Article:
"Think of risk as a tool," he writes. "When you don't need it, get rid of as much of it as you can, because it's costly. When we take a risk, it's generally for a good reason. You wouldn't normally put yourself in harm's way for no reason."


Merton has also been working with mutual fund manager Dimensional Fund Advisors to turn his ideas about 401k reform into a commercially viable strategy. For more on those efforts see this recent Forbes article by Matt Schifrin.


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82Comments
Jun 25, 2014 12:34PM
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Well, Robert C Merton may have a PhD and a dusty Noble prize in economics, but he too has missed some key points if the article fairly represents his position and statements:
1.  It is impossible to know how much retirement income one will need (compared to the cost of goods and services in retirement) without factoring in projections for real inflation, which no one can predict, and
2.  It is laughable that he cites long-term US Treasuries as being a "risk-free asset", when in the last 6 years the US Federal debt has ballooned from $10 trillion to $17.6 trillion, a debt load equivalent to $55,000 for every citizen of the United States. 
Jun 25, 2014 1:13PM
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I have read some of Merton's articles; he is in general a decent economist.

I find it supremely ironic, though, that a guy who presided over one of the biggest financial services meltdowns in history is carping about risk today.

Merton was one of the masterminds behind Long Term Capital Management.

He won his Nobel in 1997; LTRM blew up in 1998.

Funny thing about LTRM strategies is that they were all considered nearly risk free.

And they were...until liquiduty totally dried up for them...wait... :)

Jun 25, 2014 2:38PM
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He's pushing annuities.  He must work for an insurance company.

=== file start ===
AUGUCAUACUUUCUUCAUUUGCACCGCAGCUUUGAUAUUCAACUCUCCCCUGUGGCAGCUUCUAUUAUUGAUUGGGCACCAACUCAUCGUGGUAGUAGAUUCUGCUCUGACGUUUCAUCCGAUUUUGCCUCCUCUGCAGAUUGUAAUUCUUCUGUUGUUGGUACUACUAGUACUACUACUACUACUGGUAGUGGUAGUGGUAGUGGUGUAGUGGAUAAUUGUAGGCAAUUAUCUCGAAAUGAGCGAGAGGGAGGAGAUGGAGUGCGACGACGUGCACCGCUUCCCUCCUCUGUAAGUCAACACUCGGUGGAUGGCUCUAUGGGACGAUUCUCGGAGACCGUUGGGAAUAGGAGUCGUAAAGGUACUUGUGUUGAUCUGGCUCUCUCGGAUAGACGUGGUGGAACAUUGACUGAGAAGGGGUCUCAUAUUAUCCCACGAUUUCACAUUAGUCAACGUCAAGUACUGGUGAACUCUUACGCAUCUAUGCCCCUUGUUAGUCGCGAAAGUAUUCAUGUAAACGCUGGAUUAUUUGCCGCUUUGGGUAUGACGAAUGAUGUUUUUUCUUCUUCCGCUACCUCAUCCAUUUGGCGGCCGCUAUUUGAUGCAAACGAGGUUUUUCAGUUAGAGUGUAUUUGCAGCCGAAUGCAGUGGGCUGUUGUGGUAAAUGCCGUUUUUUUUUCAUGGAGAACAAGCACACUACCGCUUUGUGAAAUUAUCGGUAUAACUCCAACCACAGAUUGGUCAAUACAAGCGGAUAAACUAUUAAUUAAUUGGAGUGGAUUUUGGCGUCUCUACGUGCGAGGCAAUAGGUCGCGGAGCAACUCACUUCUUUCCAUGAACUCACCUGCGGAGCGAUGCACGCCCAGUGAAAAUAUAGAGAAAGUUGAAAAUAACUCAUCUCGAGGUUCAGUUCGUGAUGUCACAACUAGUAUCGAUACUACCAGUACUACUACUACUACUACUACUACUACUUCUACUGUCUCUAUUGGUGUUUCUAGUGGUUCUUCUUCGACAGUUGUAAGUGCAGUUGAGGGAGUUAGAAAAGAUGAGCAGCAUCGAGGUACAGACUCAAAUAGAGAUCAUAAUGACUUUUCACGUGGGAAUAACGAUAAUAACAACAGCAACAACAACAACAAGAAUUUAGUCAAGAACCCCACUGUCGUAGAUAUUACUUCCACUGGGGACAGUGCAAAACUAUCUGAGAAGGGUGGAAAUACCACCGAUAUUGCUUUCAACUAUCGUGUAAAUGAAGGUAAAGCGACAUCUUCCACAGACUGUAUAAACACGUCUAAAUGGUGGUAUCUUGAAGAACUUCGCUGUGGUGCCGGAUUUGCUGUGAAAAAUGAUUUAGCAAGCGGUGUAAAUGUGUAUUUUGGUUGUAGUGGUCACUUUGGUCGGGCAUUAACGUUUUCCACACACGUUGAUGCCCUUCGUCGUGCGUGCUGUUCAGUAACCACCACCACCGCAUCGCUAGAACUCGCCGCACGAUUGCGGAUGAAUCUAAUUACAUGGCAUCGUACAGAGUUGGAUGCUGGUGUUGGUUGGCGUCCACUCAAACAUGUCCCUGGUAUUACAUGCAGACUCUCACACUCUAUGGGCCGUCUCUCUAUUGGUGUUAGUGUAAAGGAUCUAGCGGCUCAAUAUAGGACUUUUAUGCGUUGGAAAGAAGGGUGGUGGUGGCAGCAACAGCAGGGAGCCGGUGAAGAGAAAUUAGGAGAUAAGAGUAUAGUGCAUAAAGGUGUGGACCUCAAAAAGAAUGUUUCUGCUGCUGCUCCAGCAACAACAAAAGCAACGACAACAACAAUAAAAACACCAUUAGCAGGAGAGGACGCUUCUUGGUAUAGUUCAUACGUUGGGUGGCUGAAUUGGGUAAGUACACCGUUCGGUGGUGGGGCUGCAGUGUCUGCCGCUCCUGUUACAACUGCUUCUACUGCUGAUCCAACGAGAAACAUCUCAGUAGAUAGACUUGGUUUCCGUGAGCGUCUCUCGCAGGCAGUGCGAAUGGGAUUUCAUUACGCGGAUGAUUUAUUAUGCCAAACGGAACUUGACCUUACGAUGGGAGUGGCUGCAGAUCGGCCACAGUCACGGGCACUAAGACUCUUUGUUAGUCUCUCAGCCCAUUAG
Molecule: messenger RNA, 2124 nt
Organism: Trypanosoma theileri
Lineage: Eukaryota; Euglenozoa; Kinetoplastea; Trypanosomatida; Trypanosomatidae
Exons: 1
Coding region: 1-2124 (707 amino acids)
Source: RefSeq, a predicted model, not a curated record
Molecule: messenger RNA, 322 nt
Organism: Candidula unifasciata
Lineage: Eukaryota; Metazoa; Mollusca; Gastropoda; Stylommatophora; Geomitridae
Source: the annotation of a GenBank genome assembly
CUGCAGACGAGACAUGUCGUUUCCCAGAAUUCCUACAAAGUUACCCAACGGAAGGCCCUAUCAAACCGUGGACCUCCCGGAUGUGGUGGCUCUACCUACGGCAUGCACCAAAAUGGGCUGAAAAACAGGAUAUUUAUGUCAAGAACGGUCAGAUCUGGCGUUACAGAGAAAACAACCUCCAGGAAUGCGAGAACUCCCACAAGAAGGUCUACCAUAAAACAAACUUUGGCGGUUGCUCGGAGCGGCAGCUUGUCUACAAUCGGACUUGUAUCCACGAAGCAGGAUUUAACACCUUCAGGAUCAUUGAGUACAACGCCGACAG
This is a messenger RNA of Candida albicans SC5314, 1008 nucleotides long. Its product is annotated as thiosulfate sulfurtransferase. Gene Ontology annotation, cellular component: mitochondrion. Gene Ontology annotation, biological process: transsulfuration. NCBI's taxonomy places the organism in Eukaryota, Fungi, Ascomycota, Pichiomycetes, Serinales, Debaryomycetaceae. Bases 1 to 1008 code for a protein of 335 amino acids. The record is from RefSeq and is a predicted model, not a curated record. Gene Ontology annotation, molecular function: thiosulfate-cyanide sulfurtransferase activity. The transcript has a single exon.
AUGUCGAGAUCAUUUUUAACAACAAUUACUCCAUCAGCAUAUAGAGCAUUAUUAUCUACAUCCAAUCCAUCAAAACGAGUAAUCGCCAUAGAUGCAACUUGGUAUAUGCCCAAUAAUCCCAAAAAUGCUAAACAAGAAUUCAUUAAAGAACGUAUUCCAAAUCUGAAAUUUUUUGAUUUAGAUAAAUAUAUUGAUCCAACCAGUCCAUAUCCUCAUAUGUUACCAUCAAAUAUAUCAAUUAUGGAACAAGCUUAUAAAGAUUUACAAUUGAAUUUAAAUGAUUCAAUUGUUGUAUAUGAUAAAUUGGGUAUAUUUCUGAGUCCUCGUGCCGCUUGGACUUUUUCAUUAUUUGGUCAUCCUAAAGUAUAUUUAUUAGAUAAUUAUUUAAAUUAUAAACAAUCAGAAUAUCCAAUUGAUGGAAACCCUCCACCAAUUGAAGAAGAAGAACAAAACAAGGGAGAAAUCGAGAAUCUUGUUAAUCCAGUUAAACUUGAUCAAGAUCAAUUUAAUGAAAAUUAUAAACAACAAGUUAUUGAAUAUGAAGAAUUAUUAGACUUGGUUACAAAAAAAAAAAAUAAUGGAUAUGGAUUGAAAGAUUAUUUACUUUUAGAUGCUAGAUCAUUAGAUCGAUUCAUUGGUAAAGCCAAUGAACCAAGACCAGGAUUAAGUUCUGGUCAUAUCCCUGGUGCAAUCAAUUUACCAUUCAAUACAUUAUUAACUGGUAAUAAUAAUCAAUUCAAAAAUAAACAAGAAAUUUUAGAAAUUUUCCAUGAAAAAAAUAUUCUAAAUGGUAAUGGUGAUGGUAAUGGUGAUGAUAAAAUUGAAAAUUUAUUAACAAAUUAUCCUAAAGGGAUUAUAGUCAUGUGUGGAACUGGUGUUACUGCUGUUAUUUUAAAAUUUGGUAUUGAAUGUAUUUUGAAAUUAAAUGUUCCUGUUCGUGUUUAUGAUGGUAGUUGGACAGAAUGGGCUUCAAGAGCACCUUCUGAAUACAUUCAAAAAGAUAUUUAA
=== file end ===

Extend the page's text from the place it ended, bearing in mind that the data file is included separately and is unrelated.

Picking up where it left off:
Jun 25, 2014 12:48PM
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My plan already provides that information. So does my wife's. I really don't think it would encourage anyone to invest more. I also do not like any kind of treasury bonds. With the debt we have they are not long term secure and we should be cutting government debt and spending, not giving them an easier way to borrow more.
Jun 25, 2014 2:55PM
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The risk, of course, has to do with the so-called "free market". Companies used to offer a pension that was guaranteed based on years of service . The 401 k plans were originally planned as a companion to the pension.
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Dont worry about annual returns or account balances..... [Yeah right]

Worry about annual returns and account balances until you are ready to retire..... Then all you have to worry about is moving it to an income producing vehicle.

Jun 25, 2014 1:43PM
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Obama is surrounded by these  M I T financial Professors  that are THEORETICIANS.
 
 We are witnessing Their lack of REAL WORLD EXPERIENCE which is effecting ALL OF US ! 
Jun 25, 2014 3:53PM
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No one knows what inflation, the value of the dollar, what the stock market will do or what our inept government will do in the future so it makes it impossible to calculate how much money one will need in retirement.